# Simple MAC converter

I'm new to Python and experimenting with some simple scripts. I would appreciate if you could give me some suggestions on how the following code can be improved or made simpler or anything in general.

#Coverts MAC Addresses into cisco format

def mac_conv(mac, sep='-'):
#split mac address into 3 groups
splitted_mac = mac.split(sep)
gr1 = ''.join(splitted_mac[0:2])
gr2 = ''.join(splitted_mac[2:4])
gr3 = ''.join(splitted_mac[4:])

#join groups into a single MAC
mac = gr1, gr2, gr3
final_mac = '.'.join(mac)

print(final_mac)

#Open file with MAC addresses and convert them
with open('mac.txt', 'r') as f:
mac_conv(mac)


Your code's pretty good. The only thing I'd change is to reduce the amount of lines. To do this I would base my algorithm around the use of a list comprehension.

1. Split MAC into segments.
2. Slice segments into a three item list. (Like gr1 without the join)
3. Perform a list comprehension to join the sliced segments together.
4. Join the new three item list together.
5. Return it.
segments = mac.split(sep)
groups = [segments[0:2], segments[2:4], segments[4:]]
a = [''.join(group) for group in groups]
mac = '.'.join(a)
return mac


I'd then join the last three lines into one. As return and '.'.join are easy to understand in a single one-liner.

Other than the above function, you don't need to use f.readlines() you can just use f. And you should always use four spaces.

This can result in:

def mac_conv(mac, sep='-'):
segments = mac.split(sep)
groups = [segments[0:2], segments[2:4], segments[4:]]
return '.'.join(''.join(group) for group in groups)

with open('mac.txt', 'r') as f:
for mac in f:
print(mac_conv(mac))

• your answer seems more understandable for me at the moment thanks. – Erjol Bane Aug 12 '16 at 14:44
• Well, either four spaces or a tab. But no mixing both!. – Kroltan Aug 13 '16 at 1:10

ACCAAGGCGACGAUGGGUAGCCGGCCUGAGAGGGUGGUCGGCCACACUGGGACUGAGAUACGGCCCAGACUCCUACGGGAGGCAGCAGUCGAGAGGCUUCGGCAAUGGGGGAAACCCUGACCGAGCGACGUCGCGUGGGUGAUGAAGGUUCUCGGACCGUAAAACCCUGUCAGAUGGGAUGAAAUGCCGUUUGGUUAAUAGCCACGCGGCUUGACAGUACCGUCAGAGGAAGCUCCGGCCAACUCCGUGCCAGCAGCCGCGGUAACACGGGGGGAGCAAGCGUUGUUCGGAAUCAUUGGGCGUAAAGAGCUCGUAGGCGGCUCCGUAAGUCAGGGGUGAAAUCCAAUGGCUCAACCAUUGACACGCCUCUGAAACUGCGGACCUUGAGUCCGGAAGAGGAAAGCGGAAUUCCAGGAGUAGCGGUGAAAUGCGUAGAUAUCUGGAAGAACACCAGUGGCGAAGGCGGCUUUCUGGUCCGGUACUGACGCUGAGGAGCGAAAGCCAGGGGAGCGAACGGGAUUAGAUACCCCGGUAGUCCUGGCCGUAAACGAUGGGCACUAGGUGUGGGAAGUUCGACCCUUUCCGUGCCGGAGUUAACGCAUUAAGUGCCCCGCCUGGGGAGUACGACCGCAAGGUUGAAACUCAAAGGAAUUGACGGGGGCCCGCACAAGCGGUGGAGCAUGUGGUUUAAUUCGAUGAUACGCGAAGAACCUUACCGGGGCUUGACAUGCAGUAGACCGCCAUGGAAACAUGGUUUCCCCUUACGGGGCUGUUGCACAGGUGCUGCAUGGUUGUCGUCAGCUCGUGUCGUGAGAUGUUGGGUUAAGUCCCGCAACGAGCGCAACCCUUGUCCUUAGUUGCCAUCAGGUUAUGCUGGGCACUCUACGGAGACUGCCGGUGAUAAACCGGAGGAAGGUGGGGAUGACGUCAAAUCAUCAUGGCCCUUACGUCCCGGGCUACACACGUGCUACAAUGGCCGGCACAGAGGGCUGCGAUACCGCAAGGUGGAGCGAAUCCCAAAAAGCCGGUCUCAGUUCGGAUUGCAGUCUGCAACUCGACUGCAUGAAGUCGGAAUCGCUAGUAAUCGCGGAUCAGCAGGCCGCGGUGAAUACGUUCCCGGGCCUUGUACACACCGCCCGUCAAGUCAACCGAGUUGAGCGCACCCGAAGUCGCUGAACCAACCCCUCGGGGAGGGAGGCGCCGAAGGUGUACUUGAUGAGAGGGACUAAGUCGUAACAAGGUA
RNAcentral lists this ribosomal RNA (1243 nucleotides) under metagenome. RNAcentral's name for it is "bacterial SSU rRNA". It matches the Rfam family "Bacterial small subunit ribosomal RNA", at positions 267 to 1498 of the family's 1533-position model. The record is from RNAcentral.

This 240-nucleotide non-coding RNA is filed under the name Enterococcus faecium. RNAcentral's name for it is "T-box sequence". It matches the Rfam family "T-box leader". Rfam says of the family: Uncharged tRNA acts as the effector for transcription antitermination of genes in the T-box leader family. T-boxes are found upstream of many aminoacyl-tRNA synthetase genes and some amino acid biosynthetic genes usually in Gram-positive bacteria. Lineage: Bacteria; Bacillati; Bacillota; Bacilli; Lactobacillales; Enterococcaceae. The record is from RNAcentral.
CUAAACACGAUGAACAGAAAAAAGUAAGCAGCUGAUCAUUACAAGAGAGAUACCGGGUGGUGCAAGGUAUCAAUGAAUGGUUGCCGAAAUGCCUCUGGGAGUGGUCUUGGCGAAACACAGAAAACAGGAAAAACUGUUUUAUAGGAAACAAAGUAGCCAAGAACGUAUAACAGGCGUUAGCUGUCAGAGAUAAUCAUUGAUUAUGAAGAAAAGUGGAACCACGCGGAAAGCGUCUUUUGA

First of all, you should be using return rather than print to get a value out of a function, otherwise you'll have problems when you try to expand the program.

def mac_conv(mac, sep='-'):

#etc

return final_mac

#Open file with MAC addresses and convert them
with open('mac.txt', 'r') as f:
print(mac_conv(mac))


I would also avoid reusing variables, especially if its a function argument (mac). You can actually eliminate that usage of the variable all together:

#join groups into a single MAC
final_mac = '.'.join([gr1, gr2, gr3])


If I was writing this, however, I would probably do it in just a couple of lines, as you know exactly how the input and output strings are going to be formatted:

def mac_conv(mac, sep='-'):
mac_parts = mac.split(sep)
return "{0[0]}{0[1]}.{0[2]}{0[3]}.{0[4]}{0[5]}".format(mac_parts)


If this was going into a product, I would probably add some error handling too, to allow for input that isn't a mac address - too short, too long, wrong separators, alternate groupings (a cisco-formatted address is still a valid mac address, but this function won't handle it.)

• why not use tuple unpacking: return "{}{}.{}{}.{}{}".format(*mac.split(sep)) – Graipher Aug 12 '16 at 14:15
• thanks for your answer. I don't understand how does this part ""{0[0]}{0[1]}.{0[2]}{0[3]}.{0[4]}{0[5]}".format(mac_parts)" work though, because of my python knowledge so far. – Erjol Bane Aug 12 '16 at 14:50
• @ErjolBane take a look at pyformat.info, specifically this section. – RoadieRich Aug 12 '16 at 15:02

### Overall

Code seems fine - it works and is easy to comprehend.

### Reusability

You print the result instead of return-ing it. If you wanted to do something else with MAC in that format (like printing it as a part of some string), what would you do?

### Naming

There may be other formats for MAC addresses. If someone had successfully guessed that mac_conv converts MAC address, they'd still have to guess the format. mac_to_cisco_format is long, mac_to_cisco may be alright.

separator instead of sep may help a little bit to someone who only sees function's signature (as in many IDEs).

### Documentation

#Coverts MAC Addresses into cisco format should be a docstring instead.

#print final MAC address is just a visual garbage - next line is self-descriptive enough.

### Algorithm

You assume some format of input data, while it's not spelled-out explicitly. While you could handle that with naming/documentation, you can change your algorithm to convert MACs from several formats to CISCO one - simply remove separators from strings (multiple str.replace-s will do) and then slice the result as you wish.

In fact, you could accept desired format as a parameter (instead of your sep).